Impotence (ED) (cont.)
Dennis Lee, MD
Dr. Lee was born in Shanghai, China, and received his college and medical training in the United States. He is fluent in English and three Chinese dialects. He graduated with chemistry departmental honors from Harvey Mudd College. He was appointed president of AOA society at UCLA School of Medicine. He underwent internal medicine residency and gastroenterology fellowship training at Cedars Sinai Medical Center.
Siamak T. Nabili, MD, MPH
Dr. Nabili received his undergraduate degree from the University of California, San Diego (UCSD), majoring in chemistry and biochemistry. He then completed his graduate degree at the University of California, Los Angeles (UCLA). His graduate training included a specialized fellowship in public health where his research focused on environmental health and health-care delivery and management.
Melissa Conrad Stöppler, MD
Melissa Conrad Stöppler, MD, is a U.S. board-certified Anatomic Pathologist with subspecialty training in the fields of Experimental and Molecular Pathology. Dr. Stöppler's educational background includes a BA with Highest Distinction from the University of Virginia and an MD from the University of North Carolina. She completed residency training in Anatomic Pathology at Georgetown University followed by subspecialty fellowship training in molecular diagnostics and experimental pathology.
In this Article
- What is erectile dysfunction?
- How common is erectile dysfunction?
- What is normal penis anatomy?
- How does erection occur?
- How is erection sustained?
- What are some of the risk factors for erectile dysfunction?
- What are the causes of erectile dysfunction?
- How is erectile dysfunction diagnosed?
- What are the treatments for erectile dysfunction?
- What medications are used to treat erectile dysfunction?
- Oral phosphodiesterase type 5 (PDE5) inhibitors
- Sildenafil (Viagra)
- Vardenafil (Levitra)
- Tadalafil (Cialis)
- Intracavernosal injections
- Intraurethral suppositories
- How effective is testosterone in treating erectile dysfunction?
- Can low testosterone level be replaced?
- Vacuum devices
- Surgery for erectile dysfunction
- What will the future bring for erectile dysfunction?
- Erectile Dysfunction At A Glance
- Impotence (Erectile Dysfunction, ED) FAQs
- Find a local Urologist in your town
What medications are used to treat erectile dysfunction?
Medications for erectile dysfunction include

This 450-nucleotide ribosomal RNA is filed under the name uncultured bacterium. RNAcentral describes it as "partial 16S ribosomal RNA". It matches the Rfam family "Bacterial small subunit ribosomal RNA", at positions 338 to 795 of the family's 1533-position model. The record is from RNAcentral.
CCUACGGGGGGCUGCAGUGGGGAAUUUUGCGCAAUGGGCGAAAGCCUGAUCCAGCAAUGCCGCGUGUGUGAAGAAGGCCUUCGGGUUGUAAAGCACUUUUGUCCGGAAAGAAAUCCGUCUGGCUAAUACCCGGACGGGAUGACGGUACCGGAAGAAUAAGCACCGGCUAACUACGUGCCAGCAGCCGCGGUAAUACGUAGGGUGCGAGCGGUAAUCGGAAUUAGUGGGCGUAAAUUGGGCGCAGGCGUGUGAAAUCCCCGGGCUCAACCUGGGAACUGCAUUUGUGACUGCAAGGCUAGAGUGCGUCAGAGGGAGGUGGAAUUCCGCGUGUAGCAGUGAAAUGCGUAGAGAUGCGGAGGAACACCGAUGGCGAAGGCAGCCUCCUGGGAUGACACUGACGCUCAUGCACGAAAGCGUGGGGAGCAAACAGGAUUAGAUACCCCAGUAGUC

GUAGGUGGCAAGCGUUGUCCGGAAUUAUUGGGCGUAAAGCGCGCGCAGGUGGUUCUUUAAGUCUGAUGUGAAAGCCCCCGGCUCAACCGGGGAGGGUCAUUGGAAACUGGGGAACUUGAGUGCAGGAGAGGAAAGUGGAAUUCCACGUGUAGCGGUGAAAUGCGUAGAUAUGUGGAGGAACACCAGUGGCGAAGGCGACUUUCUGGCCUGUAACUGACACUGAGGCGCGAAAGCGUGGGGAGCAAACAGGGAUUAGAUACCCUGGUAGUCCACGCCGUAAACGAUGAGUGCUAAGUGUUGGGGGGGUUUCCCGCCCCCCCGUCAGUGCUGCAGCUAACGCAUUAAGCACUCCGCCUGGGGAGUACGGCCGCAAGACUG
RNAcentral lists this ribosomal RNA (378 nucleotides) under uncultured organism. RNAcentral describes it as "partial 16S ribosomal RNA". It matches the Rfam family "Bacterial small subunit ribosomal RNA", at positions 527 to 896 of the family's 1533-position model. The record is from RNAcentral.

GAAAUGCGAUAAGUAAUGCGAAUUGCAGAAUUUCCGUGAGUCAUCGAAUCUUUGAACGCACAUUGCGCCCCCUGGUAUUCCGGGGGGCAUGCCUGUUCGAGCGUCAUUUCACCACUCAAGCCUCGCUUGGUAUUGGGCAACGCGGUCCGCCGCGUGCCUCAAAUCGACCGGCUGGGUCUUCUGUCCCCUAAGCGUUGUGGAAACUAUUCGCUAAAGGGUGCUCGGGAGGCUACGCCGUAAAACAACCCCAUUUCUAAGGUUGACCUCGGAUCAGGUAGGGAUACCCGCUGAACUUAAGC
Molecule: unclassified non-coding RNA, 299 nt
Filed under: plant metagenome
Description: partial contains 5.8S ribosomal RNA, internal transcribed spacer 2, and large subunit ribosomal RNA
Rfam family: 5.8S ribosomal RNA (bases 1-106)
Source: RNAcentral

- oral phosphodiesterase type 5 (PDE5) inhibitors (sildenafil (Viagra), vardenafil (Levitra), and tadalafil (Cialis),
- intracavernosal injections,
- intraurethral suppositories.
Oral phosphodiesterase type 5 (PDE5) inhibitors
The common PDE5 drugs approved in the United States are sildenafil (Viagra), vardenafil (Levitra), or tadalafil (Cialis). Actual head-to-head trials between these drugs have not been done to date to see which is the superior drug. Details on each of these medications for erectile dysfunction are outlined below.
What is sildenafil (Viagra)?
Sildenafil (Viagra) was the first oral phosphodiesterase type 5 (PDE5) inhibitor approved by the FDA in the United States for the treatment of erectile dysfunction (it is not approved for women). Sildenafil inhibits PDE5, which is an enzyme that destroys cGMP. By inhibiting the destruction of cGMP by PDE5, sildenafil allows cGMP to accumulate. The cGMP in turn prolongs relaxation of the smooth muscle of the corpora cavernosa. Relaxation of the corpora cavernosa smooth muscle allows blood to flow into the penis resulting in increased engorgement of the penis. In short, sildenafil increases blood flow into the penis and decreases blood flow out of the penis.
How effective is sildenafil (Viagra)?
Sildenafil is used for the treatment of erectile dysfunction of either physical or psychological cause. It has been found to be effective in treating erectile dysfunction in men with coronary artery disease, diabetes mellitus, hypertension, depression, coronary artery bypass surgery, and men who are taking antidepressants and several classes of anti-hypertensives.
In randomized controlled trials, an estimated 60% of men with diabetes, and 80% of men without diabetes experienced improved erections with sildenafil.
How should sildenafil (Viagra) be administered?
Sildenafil is available as oral tablets at doses of 25, 50, and 100 mg. It should be taken approximately one hour before sexual activity. In some men, the onset of action of the drug may be as early as 11-20 minutes. Sildenafil should be taken on an empty stomach for best results since absorption and effectiveness of sildenafil can be diminished if it is taken shortly after a meal, particularly a meal that is high in fat.
What is the dose of sildenafil (Viagra)?
In prescribing sildenafil, a doctor considers the age, general health status, and other medication(s) the patient is taking. The usual starting dose for most men is 50 mg, however, the doctor may increase or decrease the dose depending on side effects and effectiveness. The maximum recommended dose is 100 mg every 24 hours, however, many men will need 100 mg of sildenafil for optimal effectiveness, and some doctors are recommending 100 mg as the starting dose.